Four Ways To Keep (You &) Your Dog Entertained Indoors

Dark mornings, dark evenings and the cold, wet, windy weather are taking their toll, aren’t they? If walkies have been more challenging than usual, you can add indoor games to your repertoire and it won’t just be your dog that benefits.

Indoor Games Dog Training

Our dogs still need their walks, of course, but the fun factor can be easier to inject when you’re warm and dry in the comfort of your home. This is additionally helpful at this time of year when our friends might need to be encouraged to stay away from the indoor pee-posts that have appeared with added shiny stuff and flashing lights.

Triple Cup Game

Three cups, one treat. This is an easy problem-solving game that requires you to be involved so switch off the TV and give your dog your focus and attention. Let your dog watch you put a treat under one of the cups and they’ll watch as you move the cups around. Give them a familiar cue (go on then… find it…) to let them know it’s time to find the treat. Get involved and encourage them. When they’re giving an obvious signal that they believe they have found the treat, lift the cup. If they’ve found it, they get to eat it and get a celebratory cheer. Mr Bear, our resident canine, prefers a round of applause to a cheer! If they haven’t found it, just encourage them to try again. If this is too easy, you can add more cups or switch them around for longer. It doesn’t have to be a huge challenge for you both to have fun playing this together.

Tidy Up

This is fun and useful! You’ll need a container, a toy box, that’s kept purely for your dog’s toys. We don’t want your friend to start dropping their soggy tennis ball in your clean washing basket! It will be very useful for your dog to know the ‘drop it’ cue so if they don’t know that yet, start there. Encourage them to pick up their toy, then encourage them to stand over the toy box (keep the toy box close by; make it as easy as possible to start with) and then ask them to drop the toy in the box. Cheers and a round of applause need to be delivered and after a few practice games, you can add the ‘tidy up’ cue with the aim being that your dog picks up their toy and drops it in their toy box when asked to ‘tidy up’.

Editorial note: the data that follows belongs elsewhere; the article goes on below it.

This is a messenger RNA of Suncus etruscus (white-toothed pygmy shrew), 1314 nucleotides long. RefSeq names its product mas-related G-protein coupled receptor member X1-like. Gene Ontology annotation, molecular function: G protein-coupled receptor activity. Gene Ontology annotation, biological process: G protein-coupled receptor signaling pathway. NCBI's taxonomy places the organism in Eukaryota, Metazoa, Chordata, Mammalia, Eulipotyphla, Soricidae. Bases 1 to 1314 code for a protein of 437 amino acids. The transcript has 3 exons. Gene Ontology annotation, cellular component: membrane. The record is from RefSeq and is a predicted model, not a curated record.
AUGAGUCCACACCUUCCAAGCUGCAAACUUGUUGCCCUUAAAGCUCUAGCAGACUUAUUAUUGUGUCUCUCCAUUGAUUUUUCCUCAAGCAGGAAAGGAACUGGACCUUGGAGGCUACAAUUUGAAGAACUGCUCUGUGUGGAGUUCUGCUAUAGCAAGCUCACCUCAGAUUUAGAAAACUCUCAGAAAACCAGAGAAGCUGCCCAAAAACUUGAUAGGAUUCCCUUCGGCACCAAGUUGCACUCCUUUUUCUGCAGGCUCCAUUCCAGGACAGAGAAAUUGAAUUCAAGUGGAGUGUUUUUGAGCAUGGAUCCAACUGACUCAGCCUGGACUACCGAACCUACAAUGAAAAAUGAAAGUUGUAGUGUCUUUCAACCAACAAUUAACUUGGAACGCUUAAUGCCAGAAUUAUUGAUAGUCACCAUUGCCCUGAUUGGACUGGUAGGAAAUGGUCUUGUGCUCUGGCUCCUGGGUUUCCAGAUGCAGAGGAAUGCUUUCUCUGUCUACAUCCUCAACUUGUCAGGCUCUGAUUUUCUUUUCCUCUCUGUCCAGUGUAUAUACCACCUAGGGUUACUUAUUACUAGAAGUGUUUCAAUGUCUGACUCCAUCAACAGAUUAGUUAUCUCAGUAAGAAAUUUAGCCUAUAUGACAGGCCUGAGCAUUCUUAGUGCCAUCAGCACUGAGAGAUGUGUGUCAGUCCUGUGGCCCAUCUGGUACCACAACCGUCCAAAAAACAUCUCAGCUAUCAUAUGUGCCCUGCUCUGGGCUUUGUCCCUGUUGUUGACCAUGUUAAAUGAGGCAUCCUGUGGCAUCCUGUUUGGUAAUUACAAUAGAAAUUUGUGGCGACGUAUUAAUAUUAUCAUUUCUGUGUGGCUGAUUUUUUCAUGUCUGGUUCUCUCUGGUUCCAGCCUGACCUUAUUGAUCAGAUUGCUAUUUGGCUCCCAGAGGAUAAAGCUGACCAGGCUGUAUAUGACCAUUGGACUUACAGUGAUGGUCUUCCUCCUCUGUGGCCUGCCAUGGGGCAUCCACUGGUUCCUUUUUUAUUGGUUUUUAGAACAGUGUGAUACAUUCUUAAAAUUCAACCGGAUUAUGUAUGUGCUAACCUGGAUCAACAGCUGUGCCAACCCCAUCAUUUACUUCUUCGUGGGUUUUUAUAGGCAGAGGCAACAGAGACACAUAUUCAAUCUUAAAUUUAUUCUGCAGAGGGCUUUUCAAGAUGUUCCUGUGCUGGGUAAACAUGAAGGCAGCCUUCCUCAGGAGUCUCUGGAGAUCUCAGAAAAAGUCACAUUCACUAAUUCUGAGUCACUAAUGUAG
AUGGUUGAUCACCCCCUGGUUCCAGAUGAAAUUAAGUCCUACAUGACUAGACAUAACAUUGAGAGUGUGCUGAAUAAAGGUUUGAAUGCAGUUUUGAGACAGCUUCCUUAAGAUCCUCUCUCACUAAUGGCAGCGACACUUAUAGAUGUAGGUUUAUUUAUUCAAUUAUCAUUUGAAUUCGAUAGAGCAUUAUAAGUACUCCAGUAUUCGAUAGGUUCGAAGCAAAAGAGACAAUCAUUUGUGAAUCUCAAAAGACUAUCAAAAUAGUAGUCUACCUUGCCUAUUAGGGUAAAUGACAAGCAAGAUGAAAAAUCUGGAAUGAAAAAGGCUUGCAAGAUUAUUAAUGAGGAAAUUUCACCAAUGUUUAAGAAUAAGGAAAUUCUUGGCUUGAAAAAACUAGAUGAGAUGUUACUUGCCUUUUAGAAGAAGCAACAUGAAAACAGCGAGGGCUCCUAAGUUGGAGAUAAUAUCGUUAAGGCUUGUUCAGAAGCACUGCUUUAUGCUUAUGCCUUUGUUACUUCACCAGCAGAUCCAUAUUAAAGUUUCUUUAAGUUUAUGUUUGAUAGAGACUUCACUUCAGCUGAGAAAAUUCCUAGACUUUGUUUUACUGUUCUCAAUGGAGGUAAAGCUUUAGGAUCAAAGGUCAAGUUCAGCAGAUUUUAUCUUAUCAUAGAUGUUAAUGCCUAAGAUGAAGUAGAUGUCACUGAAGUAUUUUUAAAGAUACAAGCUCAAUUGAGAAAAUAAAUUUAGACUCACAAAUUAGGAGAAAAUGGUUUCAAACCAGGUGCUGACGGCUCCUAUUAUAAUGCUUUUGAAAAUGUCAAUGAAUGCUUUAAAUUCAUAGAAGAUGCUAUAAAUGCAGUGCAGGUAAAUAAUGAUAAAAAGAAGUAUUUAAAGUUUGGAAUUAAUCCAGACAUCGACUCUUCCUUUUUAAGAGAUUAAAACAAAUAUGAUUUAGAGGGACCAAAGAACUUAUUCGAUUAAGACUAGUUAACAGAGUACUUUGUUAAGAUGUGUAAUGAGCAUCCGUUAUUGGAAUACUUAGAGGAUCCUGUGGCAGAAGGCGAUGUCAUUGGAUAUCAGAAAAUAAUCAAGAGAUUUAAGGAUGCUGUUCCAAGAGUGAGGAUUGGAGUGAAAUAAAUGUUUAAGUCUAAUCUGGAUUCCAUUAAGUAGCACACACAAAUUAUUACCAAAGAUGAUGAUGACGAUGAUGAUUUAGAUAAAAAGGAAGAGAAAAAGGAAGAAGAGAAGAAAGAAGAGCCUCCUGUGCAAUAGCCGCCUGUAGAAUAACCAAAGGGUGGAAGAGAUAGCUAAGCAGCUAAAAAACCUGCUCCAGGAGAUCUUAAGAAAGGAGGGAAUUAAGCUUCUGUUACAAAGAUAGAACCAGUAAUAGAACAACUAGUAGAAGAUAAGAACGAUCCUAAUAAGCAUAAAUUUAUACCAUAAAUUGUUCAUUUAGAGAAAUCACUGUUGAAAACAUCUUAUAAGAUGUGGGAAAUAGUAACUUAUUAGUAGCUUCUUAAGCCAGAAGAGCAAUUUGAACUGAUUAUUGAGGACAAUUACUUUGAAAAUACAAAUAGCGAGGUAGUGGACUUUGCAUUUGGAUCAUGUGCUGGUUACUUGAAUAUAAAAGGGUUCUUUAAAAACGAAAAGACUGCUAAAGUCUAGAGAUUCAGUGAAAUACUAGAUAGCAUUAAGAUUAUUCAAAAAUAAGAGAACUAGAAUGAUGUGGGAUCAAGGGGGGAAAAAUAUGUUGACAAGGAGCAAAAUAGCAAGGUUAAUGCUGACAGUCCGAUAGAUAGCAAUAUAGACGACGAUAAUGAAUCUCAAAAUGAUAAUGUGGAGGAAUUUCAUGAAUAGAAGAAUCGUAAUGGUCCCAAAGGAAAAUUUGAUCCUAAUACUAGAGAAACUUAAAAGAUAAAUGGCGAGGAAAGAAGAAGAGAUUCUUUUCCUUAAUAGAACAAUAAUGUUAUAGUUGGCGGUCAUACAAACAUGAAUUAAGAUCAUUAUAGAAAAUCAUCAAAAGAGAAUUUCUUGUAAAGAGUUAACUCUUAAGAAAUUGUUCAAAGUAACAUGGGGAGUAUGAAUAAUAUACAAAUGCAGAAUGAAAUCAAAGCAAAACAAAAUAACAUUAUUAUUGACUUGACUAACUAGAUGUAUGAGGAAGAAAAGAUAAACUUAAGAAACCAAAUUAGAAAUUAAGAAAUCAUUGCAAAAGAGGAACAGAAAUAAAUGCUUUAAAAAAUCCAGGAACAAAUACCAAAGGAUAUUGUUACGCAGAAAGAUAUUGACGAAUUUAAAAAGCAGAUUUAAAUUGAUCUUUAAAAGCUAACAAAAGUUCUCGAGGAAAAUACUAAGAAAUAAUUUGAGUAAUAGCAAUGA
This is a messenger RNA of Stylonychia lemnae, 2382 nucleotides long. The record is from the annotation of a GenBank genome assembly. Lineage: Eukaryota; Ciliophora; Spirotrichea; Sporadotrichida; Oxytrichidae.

Name It

Teaching your dog the name of their toys brings hours of entertainment and can also be very useful when you combine this with the tidy up game! Start with one toy, your dog’s favourite, so that they understand what’s being asked of them. When they can pick out the specific toy among two or three others, you know that you can start to introduce a new name for another toy. Remember that this is supposed to be fun, so introduce new names slowly. When they’re easily identifying their toys, you can add more names, increase the number of toys they need to rummage through to find the one you’ve asked for or put that toy further away so your dog needs to look in other rooms to find it.

Sofa Time

After you’ve had some quality time, playing and tidying up, spend some time together. I don’t mean hanging out while you’re watching the TV or scrolling on your phone. I mean spend some real time together. Stroke your dog, learn some basics of canine massage, talk to them and take a minute to check in with how it feels to do that, without distraction. Your dog will thank you and you’ll feel better for it.

About Canine Perspective CIC

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